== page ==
London: Theresa May conducted her final public tour as British Prime Minister on Thursday with a visit to Normandy in France to mark the 75th anniversary of the World War II D-Day landings.
May, 62, gave a moving speech to pay tribute to the brave soldiers who fought for freedom on the beaches of Normandy 75 years ago as part of the Allied Forces. She said it was "truly humbling" to be at the celebrations with the men who fought in the "greatest battle for freedom the world has ever known".
"It is an honour for all of us to share this moment with you. If one day can be said to have determined the fate of generations to come – in France, in Britain, in Europe and the world – that day was 6 June, 1944. These young men belonged to a very special generation, the greatest generation," she said.
On Friday, May will formally step down as Prime Minister having set the timetable for her Downing Street exit last month. It will then trigger the official phase of the Conservative Party leadership contest from Monday, so far with 11 MPs in the running to succeed her.
Former foreign secretary Boris Johnson remains the frontrunner, but the field is seen as wide open at the moment.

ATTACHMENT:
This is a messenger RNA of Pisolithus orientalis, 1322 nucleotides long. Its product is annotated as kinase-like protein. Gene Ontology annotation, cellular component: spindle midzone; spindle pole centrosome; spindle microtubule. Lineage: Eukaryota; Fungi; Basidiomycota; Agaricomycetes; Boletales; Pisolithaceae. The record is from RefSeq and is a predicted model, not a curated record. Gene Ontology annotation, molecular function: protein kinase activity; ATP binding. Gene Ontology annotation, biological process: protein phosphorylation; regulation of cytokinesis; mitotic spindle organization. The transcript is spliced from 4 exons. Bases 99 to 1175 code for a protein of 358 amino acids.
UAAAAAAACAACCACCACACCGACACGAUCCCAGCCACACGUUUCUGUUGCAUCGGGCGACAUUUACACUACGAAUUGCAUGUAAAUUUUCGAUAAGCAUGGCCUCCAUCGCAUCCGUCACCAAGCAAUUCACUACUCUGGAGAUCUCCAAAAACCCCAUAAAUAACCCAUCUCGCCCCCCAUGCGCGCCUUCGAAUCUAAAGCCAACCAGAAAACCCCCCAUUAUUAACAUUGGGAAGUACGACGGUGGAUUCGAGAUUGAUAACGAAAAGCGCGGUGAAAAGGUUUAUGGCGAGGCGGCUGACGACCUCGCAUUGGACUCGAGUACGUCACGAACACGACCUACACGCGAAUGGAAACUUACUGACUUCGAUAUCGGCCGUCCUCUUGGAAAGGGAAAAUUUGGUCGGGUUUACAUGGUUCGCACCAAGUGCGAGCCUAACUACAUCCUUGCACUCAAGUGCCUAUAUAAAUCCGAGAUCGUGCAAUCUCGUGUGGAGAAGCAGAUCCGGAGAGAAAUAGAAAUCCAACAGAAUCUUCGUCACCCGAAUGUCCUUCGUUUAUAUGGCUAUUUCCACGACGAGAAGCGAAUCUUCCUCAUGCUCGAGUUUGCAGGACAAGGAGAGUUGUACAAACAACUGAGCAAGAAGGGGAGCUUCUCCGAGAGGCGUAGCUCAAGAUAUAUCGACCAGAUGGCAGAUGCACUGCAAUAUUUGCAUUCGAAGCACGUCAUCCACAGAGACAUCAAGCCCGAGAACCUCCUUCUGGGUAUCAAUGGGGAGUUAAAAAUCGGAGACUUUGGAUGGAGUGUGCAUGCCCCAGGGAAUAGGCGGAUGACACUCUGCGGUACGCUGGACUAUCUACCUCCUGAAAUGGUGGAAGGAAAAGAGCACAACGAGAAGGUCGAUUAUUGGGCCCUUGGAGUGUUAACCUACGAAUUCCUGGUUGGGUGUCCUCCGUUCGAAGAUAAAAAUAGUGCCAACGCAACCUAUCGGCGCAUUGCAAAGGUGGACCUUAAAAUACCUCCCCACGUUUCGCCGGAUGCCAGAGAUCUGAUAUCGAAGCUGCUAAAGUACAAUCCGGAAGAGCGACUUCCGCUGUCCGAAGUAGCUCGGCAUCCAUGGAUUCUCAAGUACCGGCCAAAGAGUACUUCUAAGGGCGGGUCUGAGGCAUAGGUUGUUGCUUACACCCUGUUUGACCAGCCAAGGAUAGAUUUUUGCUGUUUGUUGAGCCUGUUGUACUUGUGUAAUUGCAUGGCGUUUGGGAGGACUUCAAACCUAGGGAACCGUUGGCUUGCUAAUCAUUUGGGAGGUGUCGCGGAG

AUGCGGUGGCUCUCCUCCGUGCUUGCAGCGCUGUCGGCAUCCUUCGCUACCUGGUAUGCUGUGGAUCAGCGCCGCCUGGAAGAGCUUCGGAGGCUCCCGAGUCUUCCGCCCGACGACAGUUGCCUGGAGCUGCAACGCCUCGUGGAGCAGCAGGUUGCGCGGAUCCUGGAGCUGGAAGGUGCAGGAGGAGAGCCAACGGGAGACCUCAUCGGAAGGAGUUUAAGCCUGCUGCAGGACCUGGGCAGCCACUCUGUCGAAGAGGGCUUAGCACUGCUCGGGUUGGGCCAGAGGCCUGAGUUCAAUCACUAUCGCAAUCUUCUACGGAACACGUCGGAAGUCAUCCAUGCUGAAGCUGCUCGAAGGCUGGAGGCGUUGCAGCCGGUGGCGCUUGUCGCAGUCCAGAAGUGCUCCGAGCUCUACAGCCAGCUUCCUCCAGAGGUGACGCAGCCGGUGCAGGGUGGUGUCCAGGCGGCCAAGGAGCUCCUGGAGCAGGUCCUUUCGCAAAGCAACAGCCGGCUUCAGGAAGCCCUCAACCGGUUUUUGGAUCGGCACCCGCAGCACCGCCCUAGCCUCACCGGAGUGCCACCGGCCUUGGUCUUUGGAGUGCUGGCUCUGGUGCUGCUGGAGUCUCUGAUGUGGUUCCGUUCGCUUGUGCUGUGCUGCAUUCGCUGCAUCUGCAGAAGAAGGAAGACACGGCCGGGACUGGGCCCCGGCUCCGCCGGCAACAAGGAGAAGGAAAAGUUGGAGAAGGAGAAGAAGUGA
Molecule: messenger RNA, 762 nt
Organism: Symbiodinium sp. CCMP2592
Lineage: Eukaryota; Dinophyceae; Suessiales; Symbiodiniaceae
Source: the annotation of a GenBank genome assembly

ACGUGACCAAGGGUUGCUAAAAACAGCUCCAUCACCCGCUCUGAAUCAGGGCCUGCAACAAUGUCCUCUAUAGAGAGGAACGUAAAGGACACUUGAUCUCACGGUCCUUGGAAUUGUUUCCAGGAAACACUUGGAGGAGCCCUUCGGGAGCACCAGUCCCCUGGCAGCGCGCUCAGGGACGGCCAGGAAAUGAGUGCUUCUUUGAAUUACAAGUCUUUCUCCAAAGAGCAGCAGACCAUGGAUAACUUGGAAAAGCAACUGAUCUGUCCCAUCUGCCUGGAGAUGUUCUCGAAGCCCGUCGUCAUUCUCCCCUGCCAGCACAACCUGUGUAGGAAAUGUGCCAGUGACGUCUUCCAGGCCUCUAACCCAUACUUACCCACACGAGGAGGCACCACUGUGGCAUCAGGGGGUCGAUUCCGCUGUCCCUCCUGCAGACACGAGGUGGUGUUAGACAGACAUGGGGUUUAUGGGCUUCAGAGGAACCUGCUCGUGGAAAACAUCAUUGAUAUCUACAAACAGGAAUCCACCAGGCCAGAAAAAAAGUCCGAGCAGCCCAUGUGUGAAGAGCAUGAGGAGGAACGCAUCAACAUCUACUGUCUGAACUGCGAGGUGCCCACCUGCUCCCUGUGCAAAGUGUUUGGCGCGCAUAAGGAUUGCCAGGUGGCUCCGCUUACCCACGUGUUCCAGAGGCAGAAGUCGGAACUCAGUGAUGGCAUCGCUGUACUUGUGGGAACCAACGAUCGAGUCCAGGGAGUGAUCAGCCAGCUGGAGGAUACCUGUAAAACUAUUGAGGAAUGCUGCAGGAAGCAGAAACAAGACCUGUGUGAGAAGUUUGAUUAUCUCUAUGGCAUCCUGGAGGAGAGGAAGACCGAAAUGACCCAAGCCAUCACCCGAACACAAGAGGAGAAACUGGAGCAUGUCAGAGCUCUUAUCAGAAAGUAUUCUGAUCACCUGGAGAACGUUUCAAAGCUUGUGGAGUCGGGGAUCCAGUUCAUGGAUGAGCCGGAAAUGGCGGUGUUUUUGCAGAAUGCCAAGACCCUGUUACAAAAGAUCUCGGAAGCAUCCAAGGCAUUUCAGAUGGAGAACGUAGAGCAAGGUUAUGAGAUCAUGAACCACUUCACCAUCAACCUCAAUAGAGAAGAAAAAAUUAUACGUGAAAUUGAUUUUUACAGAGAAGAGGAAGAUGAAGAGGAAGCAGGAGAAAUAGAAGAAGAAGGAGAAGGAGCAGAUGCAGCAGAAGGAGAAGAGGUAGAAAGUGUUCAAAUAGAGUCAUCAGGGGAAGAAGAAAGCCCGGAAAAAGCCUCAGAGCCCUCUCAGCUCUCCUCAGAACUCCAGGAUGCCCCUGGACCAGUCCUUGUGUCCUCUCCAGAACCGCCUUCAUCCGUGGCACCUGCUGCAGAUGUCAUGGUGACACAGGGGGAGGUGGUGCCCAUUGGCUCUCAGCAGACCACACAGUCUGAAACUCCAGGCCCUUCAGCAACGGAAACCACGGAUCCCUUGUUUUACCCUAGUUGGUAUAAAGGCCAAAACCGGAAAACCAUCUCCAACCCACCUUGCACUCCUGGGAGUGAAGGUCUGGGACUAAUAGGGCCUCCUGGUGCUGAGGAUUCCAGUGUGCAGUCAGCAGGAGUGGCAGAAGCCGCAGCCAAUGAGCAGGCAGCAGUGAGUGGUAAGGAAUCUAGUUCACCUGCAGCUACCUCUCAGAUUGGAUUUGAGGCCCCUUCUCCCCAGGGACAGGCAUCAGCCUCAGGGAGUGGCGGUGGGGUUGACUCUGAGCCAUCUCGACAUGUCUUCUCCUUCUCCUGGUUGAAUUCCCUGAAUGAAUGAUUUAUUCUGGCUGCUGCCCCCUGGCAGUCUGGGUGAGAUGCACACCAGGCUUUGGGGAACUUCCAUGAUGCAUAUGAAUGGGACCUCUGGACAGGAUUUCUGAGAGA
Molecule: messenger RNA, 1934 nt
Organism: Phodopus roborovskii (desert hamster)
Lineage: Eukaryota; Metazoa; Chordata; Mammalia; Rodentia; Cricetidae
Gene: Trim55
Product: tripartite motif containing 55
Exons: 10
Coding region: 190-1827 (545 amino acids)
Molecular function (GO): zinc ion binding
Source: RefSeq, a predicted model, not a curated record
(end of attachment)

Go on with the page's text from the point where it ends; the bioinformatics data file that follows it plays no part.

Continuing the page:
During her speech on the steps of Downing Street, May said, "It is, and will always remain, a matter of deep regret to me that I have not been able to deliver Brexit. It will be for my successor to seek a way forward that honours the result of the referendum."
Prime minister May's official resignation date is 7 June, but that does not mean that she will leave 10 Downing Street straight away. Her time as Tory leader will come to an end this Friday, but she will remain as the Prime Minister until a replacement has been chosen by the Conservative party.
It is possible that the wait for a new Tory leader could be shorter than originally expected, as the 1922 Committee of backbench MPs and the party board decided on new rules for the contest.
World leaders including US President Donald Trump gathered on the south coast of England on Wednesday to mark the 75th anniversary of the D-Day landings, honouring the Allied forces who risked and gave their lives in the invasion that helped liberate Europe from Nazi Germany.
D-Day saw over 150,000 Allied troops land on the beaches of Normandy in northwest France on 6 June, 1944, carried by 7,000 boats. The Battle of Normandy, codenamed Operation Overlord, was a turning point in the war, and helped bring about Nazi Germany's defeat in May 1945.
Updated Date: Jun 06, 2019 23:50:47 IST